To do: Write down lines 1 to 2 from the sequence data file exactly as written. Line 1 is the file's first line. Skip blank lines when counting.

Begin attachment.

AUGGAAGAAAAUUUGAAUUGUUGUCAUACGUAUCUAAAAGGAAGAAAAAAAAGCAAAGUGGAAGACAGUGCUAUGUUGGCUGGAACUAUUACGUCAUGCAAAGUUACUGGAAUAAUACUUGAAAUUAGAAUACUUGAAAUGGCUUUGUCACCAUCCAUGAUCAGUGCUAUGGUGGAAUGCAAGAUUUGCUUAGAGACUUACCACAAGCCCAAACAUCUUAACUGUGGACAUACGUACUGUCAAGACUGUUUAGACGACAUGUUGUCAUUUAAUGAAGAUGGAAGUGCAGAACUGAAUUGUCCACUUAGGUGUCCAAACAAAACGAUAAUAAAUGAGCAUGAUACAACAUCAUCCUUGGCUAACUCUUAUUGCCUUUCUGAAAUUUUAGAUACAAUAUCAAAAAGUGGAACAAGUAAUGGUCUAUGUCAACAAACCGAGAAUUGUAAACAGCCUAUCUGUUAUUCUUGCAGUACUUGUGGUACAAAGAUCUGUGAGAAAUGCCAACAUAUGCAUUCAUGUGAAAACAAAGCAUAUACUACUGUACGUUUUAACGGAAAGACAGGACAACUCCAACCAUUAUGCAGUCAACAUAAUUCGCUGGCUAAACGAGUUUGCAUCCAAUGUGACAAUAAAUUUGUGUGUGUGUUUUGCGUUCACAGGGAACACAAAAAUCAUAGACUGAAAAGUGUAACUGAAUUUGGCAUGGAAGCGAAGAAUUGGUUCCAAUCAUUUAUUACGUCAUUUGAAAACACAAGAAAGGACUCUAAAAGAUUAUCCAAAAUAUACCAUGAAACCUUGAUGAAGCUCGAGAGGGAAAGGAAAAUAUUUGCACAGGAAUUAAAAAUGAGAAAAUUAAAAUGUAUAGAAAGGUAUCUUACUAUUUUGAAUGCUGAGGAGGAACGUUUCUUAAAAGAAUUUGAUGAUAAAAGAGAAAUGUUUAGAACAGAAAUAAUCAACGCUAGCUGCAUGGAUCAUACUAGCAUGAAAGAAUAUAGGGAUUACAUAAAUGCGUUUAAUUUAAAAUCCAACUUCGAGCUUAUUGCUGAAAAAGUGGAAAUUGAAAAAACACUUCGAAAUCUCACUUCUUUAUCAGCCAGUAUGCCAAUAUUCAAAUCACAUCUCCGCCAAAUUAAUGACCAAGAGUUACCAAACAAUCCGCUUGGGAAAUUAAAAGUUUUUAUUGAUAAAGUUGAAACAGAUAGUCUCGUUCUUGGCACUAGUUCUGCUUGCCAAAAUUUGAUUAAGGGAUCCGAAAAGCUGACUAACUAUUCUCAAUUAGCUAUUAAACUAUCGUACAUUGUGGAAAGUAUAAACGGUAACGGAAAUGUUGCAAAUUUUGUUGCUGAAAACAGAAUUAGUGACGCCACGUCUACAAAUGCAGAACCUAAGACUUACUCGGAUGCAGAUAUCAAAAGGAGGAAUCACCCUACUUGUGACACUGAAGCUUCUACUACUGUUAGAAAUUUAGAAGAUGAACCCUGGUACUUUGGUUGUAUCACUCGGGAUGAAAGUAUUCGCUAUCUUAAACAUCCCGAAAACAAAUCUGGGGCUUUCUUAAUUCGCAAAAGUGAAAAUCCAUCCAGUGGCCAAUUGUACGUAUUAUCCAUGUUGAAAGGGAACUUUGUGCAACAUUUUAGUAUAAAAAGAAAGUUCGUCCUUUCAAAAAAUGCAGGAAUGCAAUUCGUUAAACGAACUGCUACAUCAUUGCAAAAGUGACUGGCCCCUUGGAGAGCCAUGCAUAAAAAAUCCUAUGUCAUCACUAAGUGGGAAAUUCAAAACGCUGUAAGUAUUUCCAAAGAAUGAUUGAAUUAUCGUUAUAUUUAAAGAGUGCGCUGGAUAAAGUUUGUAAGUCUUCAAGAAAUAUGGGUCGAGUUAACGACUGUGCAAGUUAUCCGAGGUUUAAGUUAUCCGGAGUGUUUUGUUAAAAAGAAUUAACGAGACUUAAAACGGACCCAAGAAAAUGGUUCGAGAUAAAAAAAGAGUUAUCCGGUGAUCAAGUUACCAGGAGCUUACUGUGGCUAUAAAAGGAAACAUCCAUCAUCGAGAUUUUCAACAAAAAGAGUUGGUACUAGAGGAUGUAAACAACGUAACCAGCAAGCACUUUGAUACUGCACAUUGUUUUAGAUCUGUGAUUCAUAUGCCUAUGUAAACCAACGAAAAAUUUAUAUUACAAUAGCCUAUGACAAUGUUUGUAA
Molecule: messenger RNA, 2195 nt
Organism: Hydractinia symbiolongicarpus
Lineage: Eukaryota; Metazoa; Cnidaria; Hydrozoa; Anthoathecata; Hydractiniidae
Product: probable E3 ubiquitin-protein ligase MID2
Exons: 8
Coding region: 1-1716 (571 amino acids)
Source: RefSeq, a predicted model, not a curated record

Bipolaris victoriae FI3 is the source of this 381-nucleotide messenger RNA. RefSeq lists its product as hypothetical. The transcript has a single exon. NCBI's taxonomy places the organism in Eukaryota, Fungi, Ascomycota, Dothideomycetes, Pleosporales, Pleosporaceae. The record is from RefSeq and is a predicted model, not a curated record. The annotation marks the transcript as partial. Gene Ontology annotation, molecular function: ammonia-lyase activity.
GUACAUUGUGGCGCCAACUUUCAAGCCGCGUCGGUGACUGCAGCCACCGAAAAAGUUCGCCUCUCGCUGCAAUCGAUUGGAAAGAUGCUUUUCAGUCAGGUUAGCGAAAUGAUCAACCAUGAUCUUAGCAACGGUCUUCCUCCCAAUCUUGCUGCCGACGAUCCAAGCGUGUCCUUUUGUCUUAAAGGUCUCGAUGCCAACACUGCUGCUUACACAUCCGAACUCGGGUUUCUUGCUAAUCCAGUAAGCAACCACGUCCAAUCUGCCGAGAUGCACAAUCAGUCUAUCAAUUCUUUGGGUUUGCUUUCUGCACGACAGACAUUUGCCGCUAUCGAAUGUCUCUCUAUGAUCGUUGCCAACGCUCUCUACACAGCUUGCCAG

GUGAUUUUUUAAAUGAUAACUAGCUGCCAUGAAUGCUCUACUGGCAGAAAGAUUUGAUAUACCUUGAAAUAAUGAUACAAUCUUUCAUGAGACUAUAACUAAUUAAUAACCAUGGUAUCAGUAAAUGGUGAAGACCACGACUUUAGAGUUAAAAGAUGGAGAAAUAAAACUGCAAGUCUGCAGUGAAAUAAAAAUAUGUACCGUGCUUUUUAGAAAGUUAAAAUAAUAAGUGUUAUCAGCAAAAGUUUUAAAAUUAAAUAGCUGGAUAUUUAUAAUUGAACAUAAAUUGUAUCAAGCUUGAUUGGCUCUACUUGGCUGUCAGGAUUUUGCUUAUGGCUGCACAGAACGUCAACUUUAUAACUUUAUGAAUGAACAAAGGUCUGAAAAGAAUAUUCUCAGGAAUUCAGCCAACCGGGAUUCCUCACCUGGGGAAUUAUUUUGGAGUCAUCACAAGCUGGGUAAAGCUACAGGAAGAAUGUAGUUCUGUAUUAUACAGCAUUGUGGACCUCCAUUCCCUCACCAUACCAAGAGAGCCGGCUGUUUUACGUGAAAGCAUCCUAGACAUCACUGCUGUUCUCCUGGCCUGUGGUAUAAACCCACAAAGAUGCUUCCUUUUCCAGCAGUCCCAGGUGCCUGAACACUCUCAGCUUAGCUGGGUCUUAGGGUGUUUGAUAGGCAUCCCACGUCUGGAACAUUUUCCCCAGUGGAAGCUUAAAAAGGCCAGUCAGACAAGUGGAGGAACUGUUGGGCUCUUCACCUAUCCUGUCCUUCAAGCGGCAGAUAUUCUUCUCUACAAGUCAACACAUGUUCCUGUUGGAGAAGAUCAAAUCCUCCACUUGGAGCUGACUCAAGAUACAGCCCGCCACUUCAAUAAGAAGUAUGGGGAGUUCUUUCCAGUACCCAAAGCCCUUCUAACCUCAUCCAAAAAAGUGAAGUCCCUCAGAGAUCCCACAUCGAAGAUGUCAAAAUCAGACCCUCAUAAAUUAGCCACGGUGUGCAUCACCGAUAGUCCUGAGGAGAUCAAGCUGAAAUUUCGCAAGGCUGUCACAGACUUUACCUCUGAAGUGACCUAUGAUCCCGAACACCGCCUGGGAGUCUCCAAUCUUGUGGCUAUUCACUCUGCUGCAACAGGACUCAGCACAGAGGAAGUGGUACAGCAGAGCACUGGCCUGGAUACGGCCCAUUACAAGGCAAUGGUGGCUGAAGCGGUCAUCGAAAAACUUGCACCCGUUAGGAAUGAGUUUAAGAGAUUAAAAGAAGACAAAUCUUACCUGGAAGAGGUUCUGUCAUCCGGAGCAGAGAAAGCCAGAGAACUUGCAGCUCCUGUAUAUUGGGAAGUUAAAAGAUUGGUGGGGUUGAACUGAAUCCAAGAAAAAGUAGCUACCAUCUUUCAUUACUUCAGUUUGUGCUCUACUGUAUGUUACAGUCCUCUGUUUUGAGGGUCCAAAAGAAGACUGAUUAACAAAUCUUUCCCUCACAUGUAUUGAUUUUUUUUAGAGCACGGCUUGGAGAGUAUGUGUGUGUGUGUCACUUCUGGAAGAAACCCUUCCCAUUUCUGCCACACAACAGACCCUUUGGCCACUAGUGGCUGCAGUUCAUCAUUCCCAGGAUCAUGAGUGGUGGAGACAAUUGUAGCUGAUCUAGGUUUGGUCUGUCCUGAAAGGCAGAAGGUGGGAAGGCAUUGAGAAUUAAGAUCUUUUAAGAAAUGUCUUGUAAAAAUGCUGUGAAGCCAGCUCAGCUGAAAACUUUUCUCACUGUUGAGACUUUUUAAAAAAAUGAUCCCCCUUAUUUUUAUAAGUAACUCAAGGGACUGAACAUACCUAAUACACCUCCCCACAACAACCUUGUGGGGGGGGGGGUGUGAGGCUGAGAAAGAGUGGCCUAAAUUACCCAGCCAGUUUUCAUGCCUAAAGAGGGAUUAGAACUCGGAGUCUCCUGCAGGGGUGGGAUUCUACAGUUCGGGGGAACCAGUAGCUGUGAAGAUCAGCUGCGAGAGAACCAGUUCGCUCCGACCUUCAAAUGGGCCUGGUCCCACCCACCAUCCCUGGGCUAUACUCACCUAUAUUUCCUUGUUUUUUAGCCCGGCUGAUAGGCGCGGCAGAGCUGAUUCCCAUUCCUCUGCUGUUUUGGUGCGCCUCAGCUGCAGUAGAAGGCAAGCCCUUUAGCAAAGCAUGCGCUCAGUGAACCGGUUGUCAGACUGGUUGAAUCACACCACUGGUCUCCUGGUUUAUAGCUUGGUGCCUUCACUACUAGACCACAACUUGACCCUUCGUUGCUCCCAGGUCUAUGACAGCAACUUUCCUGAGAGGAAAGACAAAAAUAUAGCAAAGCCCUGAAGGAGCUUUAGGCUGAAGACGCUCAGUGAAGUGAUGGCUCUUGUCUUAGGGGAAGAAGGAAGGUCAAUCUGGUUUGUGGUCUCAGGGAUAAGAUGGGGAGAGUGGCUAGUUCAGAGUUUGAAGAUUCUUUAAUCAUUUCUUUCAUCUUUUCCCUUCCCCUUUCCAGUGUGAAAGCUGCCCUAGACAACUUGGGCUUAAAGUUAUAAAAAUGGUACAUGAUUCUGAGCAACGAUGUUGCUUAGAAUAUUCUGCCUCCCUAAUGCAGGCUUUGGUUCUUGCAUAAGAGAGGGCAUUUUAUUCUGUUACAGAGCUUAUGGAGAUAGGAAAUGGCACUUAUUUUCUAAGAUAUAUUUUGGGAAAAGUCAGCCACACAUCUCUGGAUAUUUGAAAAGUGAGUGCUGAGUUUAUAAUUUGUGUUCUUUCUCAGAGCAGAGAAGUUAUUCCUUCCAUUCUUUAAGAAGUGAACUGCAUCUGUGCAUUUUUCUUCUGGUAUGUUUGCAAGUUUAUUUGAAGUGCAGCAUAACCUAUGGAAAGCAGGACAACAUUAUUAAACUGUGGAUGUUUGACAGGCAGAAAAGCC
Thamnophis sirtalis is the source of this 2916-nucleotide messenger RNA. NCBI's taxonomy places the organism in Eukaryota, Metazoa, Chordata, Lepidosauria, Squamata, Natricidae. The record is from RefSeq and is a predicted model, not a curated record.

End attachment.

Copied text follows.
AUGGAAGAAAAUUUGAAUUGUUGUCAUACGUAUCUAAAAGGAAGAAAAAAAAGCAAAGUGGAAGACAGUGCUAUGUUGGCUGGAACUAUUACGUCAUGCAAAGUUACUGGAAUAAUACUUGAAAUUAGAAUACUUGAAAUGGCUUUGUCACCAUCCAUGAUCAGUGCUAUGGUGGAAUGCAAGAUUUGCUUAGAGACUUACCACAAGCCCAAACAUCUUAACUGUGGACAUACGUACUGUCAAGACUGUUUAGACGACAUGUUGUCAUUUAAUGAAGAUGGAAGUGCAGAACUGAAUUGUCCACUUAGGUGUCCAAACAAAACGAUAAUAAAUGAGCAUGAUACAACAUCAUCCUUGGCUAACUCUUAUUGCCUUUCUGAAAUUUUAGAUACAAUAUCAAAAAGUGGAACAAGUAAUGGUCUAUGUCAACAAACCGAGAAUUGUAAACAGCCUAUCUGUUAUUCUUGCAGUACUUGUGGUACAAAGAUCUGUGAGAAAUGCCAACAUAUGCAUUCAUGUGAAAACAAAGCAUAUACUACUGUACGUUUUAACGGAAAGACAGGACAACUCCAACCAUUAUGCAGUCAACAUAAUUCGCUGGCUAAACGAGUUUGCAUCCAAUGUGACAAUAAAUUUGUGUGUGUGUUUUGCGUUCACAGGGAACACAAAAAUCAUAGACUGAAAAGUGUAACUGAAUUUGGCAUGGAAGCGAAGAAUUGGUUCCAAUCAUUUAUUACGUCAUUUGAAAACACAAGAAAGGACUCUAAAAGAUUAUCCAAAAUAUACCAUGAAACCUUGAUGAAGCUCGAGAGGGAAAGGAAAAUAUUUGCACAGGAAUUAAAAAUGAGAAAAUUAAAAUGUAUAGAAAGGUAUCUUACUAUUUUGAAUGCUGAGGAGGAACGUUUCUUAAAAGAAUUUGAUGAUAAAAGAGAAAUGUUUAGAACAGAAAUAAUCAACGCUAGCUGCAUGGAUCAUACUAGCAUGAAAGAAUAUAGGGAUUACAUAAAUGCGUUUAAUUUAAAAUCCAACUUCGAGCUUAUUGCUGAAAAAGUGGAAAUUGAAAAAACACUUCGAAAUCUCACUUCUUUAUCAGCCAGUAUGCCAAUAUUCAAAUCACAUCUCCGCCAAAUUAAUGACCAAGAGUUACCAAACAAUCCGCUUGGGAAAUUAAAAGUUUUUAUUGAUAAAGUUGAAACAGAUAGUCUCGUUCUUGGCACUAGUUCUGCUUGCCAAAAUUUGAUUAAGGGAUCCGAAAAGCUGACUAACUAUUCUCAAUUAGCUAUUAAACUAUCGUACAUUGUGGAAAGUAUAAACGGUAACGGAAAUGUUGCAAAUUUUGUUGCUGAAAACAGAAUUAGUGACGCCACGUCUACAAAUGCAGAACCUAAGACUUACUCGGAUGCAGAUAUCAAAAGGAGGAAUCACCCUACUUGUGACACUGAAGCUUCUACUACUGUUAGAAAUUUAGAAGAUGAACCCUGGUACUUUGGUUGUAUCACUCGGGAUGAAAGUAUUCGCUAUCUUAAACAUCCCGAAAACAAAUCUGGGGCUUUCUUAAUUCGCAAAAGUGAAAAUCCAUCCAGUGGCCAAUUGUACGUAUUAUCCAUGUUGAAAGGGAACUUUGUGCAACAUUUUAGUAUAAAAAGAAAGUUCGUCCUUUCAAAAAAUGCAGGAAUGCAAUUCGUUAAACGAACUGCUACAUCAUUGCAAAAGUGACUGGCCCCUUGGAGAGCCAUGCAUAAAAAAUCCUAUGUCAUCACUAAGUGGGAAAUUCAAAACGCUGUAAGUAUUUCCAAAGAAUGAUUGAAUUAUCGUUAUAUUUAAAGAGUGCGCUGGAUAAAGUUUGUAAGUCUUCAAGAAAUAUGGGUCGAGUUAACGACUGUGCAAGUUAUCCGAGGUUUAAGUUAUCCGGAGUGUUUUGUUAAAAAGAAUUAACGAGACUUAAAACGGACCCAAGAAAAUGGUUCGAGAUAAAAAAAGAGUUAUCCGGUGAUCAAGUUACCAGGAGCUUACUGUGGCUAUAAAAGGAAACAUCCAUCAUCGAGAUUUUCAACAAAAAGAGUUGGUACUAGAGGAUGUAAACAACGUAACCAGCAAGCACUUUGAUACUGCACAUUGUUUUAGAUCUGUGAUUCAUAUGCCUAUGUAAACCAACGAAAAAUUUAUAUUACAAUAGCCUAUGACAAUGUUUGUAA
Molecule: messenger RNA, 2195 nt